STILLWATER, Okla. - Horse owners who find themselves facing a shortage of hay need to ensure they are getting the most out of available hay supplies.
“Making good use of available hay requires selecting the right combination of hay and grain, purchasing hay wisely and feeding it in a way that decreases waste,” said Dave Freeman, an Oklahoma State University Cooperative Extension equine specialist.
Amount of hay. General recommendations call for all horses to eat a minimum of 0.75 percent to 1 percent body weight per day in long stem forage from hay or pasture.
However, horse owners who feed grain mixes that have added fiber sources above normal concentrate levels, sold as complete feeds, can reduce the amount of hay.
“When feeding complete feeds, horse managers still should feed at least 0.5 percent body weight in hay per day to guard against behavioral problems in horses, as well as possible problems when moving horses on and off these feeds from rations with longer stem fiber sources,” Freeman said.
Alleviate boredom. Freeman said the need for long stem forage is especially important to alleviate boredom in horses confined to small areas with no grazing opportunities.
Also, hays differ in amounts and digestibility of nutrients.
Use of low-quality grain mixes that provide insufficient levels of protein, energy, minerals or vitamins will increase operational reliance on nutrients from hay.
“Brood mares, growing horses, show horses and athletic horses all require a high level of nutrition,” Freeman said.
Quality, type. Hay type and maturity affect hay quality.
As a plant matures, protein and energy content decreases. Thus, hays cut late in maturity will have less required nutrients per weight than immature hays.
“Legume hays such as alfalfa typically have more protein per weight, calcium and slight increases in energy than grass hays,” Freeman said.
Freeman suggested horse owners do some simple mathematics to ensure hay purchases are made cost-effectively.
For example, a 15 percent protein hay that costs $100 per ton figures out to each pound of protein costing 33 cents: 2,000 pounds times 15 percent equals 300 pounds of protein costing $100.
Ten percent protein hay that costs $70 per ton works out to 50 cents per pound of protein.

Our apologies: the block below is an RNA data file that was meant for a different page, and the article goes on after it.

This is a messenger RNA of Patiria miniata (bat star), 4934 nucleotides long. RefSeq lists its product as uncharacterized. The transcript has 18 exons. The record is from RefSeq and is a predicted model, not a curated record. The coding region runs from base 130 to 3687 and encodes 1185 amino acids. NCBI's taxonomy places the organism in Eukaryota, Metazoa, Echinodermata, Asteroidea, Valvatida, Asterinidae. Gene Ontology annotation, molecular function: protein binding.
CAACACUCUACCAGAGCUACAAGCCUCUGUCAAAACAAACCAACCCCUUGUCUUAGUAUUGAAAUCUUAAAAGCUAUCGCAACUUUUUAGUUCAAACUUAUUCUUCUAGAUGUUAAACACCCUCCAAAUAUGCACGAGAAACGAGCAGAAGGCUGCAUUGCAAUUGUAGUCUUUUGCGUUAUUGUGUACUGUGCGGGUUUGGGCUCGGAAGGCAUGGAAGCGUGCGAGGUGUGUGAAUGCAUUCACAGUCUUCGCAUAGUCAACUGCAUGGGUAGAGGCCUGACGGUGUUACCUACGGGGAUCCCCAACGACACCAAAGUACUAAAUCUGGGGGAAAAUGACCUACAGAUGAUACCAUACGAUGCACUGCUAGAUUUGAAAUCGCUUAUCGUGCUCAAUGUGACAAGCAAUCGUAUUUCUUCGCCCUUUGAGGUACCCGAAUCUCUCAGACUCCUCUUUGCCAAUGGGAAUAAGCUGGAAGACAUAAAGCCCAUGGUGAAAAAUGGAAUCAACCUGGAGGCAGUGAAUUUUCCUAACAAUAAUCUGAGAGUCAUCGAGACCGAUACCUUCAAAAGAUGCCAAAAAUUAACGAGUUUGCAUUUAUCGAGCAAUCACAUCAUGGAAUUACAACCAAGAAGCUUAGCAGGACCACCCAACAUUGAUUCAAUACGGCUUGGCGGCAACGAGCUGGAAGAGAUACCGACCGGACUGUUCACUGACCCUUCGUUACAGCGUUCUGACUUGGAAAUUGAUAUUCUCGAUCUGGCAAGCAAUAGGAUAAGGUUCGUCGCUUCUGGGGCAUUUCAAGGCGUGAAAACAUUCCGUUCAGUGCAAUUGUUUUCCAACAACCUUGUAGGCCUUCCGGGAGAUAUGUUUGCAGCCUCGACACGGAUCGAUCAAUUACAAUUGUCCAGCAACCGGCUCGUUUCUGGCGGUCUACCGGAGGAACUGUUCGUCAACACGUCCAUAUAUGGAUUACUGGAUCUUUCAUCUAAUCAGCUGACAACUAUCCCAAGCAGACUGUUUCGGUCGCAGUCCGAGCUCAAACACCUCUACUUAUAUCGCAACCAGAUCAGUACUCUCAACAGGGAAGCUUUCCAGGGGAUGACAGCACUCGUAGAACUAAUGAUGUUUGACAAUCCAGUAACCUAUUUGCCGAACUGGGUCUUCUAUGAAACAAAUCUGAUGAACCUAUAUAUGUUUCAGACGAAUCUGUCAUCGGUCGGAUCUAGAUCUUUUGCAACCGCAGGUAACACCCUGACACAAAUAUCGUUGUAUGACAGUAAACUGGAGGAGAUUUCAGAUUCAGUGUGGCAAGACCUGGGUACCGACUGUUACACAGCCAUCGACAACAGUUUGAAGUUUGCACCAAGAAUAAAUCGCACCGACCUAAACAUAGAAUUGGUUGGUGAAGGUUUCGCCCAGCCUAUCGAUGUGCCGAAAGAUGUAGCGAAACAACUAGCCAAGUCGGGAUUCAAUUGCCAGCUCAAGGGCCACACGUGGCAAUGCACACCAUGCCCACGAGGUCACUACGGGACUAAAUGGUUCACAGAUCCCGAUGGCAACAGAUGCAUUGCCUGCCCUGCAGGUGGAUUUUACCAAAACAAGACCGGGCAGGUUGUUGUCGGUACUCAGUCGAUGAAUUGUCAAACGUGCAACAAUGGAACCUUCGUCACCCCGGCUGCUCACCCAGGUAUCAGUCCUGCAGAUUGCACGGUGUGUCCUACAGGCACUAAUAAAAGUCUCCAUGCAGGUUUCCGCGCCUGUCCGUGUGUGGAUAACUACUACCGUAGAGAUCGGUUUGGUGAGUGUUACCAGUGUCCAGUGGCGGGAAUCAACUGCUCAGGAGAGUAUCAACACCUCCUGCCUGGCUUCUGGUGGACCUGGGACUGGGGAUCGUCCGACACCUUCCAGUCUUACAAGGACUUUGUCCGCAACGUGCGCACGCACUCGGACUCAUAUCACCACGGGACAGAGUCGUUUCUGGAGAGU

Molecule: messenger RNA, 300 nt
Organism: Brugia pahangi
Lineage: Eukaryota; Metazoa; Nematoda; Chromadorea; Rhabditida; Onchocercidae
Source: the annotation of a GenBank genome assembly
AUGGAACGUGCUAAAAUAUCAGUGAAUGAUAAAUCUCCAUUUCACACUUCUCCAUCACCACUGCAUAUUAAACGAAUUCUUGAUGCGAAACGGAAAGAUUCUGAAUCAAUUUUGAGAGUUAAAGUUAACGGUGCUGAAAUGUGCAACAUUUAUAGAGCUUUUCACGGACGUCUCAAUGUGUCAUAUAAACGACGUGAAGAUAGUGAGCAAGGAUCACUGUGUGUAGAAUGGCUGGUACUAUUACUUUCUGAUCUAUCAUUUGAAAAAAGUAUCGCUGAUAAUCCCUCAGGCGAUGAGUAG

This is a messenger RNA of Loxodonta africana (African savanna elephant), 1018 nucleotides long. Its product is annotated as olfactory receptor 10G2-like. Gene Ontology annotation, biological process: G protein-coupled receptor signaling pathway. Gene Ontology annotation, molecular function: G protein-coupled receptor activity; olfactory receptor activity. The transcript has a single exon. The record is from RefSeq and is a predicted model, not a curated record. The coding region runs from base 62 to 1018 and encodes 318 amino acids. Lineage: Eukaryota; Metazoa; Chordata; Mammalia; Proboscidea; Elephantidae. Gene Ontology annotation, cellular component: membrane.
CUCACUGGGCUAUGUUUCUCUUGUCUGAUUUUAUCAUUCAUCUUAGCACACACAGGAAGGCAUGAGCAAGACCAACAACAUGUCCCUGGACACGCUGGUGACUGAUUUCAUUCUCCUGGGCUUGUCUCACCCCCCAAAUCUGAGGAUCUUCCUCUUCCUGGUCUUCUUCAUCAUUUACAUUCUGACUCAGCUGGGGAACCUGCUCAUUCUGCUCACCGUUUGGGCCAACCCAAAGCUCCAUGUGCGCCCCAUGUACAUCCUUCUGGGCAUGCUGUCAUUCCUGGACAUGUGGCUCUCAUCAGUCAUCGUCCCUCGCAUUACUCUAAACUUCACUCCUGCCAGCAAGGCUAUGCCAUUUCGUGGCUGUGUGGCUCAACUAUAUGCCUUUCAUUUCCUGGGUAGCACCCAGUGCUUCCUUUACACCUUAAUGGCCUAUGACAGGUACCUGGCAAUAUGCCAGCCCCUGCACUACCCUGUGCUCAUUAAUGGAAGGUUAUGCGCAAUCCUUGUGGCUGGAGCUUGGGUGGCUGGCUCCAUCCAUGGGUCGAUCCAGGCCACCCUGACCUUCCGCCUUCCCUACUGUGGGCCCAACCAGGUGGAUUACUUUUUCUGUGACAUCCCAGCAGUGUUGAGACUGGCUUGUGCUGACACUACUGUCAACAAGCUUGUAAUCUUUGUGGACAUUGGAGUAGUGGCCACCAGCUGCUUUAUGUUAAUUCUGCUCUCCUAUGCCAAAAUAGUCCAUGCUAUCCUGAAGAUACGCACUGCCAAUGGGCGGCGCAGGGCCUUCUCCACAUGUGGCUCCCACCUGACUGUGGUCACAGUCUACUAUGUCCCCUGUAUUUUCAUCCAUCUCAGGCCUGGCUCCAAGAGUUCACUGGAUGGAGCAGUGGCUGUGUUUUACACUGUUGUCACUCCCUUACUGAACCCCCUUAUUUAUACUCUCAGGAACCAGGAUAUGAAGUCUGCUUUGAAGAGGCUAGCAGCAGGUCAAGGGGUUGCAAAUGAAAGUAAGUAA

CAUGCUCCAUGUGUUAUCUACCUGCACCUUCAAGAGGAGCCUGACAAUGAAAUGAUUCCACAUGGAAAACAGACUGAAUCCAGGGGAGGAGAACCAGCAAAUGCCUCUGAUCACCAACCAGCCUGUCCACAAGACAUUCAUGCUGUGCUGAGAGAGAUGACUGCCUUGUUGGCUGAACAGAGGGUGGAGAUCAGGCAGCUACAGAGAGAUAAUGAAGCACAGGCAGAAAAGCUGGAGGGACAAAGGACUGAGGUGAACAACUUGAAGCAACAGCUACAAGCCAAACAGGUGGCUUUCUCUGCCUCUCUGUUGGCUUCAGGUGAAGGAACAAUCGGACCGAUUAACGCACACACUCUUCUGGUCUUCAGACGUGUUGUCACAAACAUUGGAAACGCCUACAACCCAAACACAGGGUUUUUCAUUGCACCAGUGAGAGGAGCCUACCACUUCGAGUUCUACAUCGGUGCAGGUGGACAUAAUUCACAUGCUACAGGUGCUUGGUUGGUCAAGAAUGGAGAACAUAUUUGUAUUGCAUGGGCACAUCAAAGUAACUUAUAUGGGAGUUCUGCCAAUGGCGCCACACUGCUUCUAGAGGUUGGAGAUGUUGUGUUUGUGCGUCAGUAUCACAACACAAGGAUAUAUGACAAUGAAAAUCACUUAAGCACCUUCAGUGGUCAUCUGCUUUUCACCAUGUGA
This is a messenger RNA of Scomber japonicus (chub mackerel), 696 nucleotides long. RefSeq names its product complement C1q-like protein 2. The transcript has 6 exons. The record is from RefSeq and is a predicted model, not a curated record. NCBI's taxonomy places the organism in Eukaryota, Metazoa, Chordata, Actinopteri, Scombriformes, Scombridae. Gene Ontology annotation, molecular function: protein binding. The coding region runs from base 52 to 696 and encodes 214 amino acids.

“Horse owners should determine what grains they are combining with hay choices and the levels of each they are expecting to feed,” Freeman said.
“Once they have determined these two management items, they can compare the cost of different rations of similar nutrient value.”
Storage investment. Freeman said it is a good idea for horse owners to invest in storage facilities for an estimated yearly supply.
Adequate facilities allow owners to purchase hay in large amounts, thus increasing the odds of getting the best buy and guarding against changes in nutrient levels by using hays from several different cuttings.
“Estimate operational need by calculating pounds needed per day until next spring or summer, when the owner hopes to be able to purchase from next year’s hay crop,” Freeman said.
Storage facilities must ensure protection of hay from moisture so mold or leaching of nutrients will not decrease hay value. The same is true for hay in feeding bunks that is exposed to wet weather.
“Horse managers also need to remember that feeding hay on the ground as opposed to properly constructed bunks can waste large amounts of hay, so much that animal performance can decrease and operational cost increase, sometimes dramatically,” Freeman said.
Hay loss. Round bale use presents special problems in loss and exposure to wet weather, although cost and labor of feeding is less.
“Those with equipment to move round bales may want to invest in hay troughs large enough to hold the bales above ground,” Freeman said.
“Those using square bales generally are better able to regulate supplies.”
Horse owners can get additional information on equine feeding management by contacting their local Extension office.
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